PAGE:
Host: Dampier Downs Station
Written by Anne Marie Huey – Owner, Dampier Downs Station.
I breed cattle for slaughter. It’s the business I’m in and it’s what pays the bills. To me, this is not extraordinary I was raised on the land and from a very young age understood that my choice to eat meat means that an animal must be killed. I am not conflicted about this. To me, the quality of life an animal experiences before – and up to – the point of slaughter is much more important than the fact the animal is destined to die. As a beef producer, this is where I focus my attention and energy and whether an animal is ultimately slaughtered in Australia or overseas is irrelevant. I will sell my animals to whomever is willing to pay the highest price.
To some, this makes me a heinous monster guilty of the most despicable animal cruelty. To others, this simply makes me someone who puts dinner on the plate. Most people, if they think about it at all, would fall somewhere in the middle. I understand that society values good animal welfare and expects farmers to treat their livestock with kindness. What I don’t understand is how making a profit from providing the mainstay of many nightly meals is somehow cause for vilification. Somewhere along the way ‘profit’ has become a dirty word – at least as it relates to meat production.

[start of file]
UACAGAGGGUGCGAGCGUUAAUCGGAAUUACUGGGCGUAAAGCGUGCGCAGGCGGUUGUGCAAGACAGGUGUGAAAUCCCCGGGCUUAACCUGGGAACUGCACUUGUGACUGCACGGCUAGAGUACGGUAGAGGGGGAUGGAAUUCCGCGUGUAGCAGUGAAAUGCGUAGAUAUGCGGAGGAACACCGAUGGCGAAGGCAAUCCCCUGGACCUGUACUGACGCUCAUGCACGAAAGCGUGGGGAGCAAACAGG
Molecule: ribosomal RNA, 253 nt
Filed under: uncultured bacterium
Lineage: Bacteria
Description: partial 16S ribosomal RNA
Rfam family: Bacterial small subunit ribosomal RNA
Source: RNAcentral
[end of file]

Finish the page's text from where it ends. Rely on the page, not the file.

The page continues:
Some common (and relatively civilised) comments to be found on Facebook.
Personally, I have never lost a moment’s sleep from selling cattle onto a boat. I don’t consider it cruel, immoral, or unethical and most people I know feel exactly the same way. However, since the live export ban of 2011 and subsequent campaign to shut down the live export industry, I have come into contact with people (mostly on social media) who have a vastly different perspective.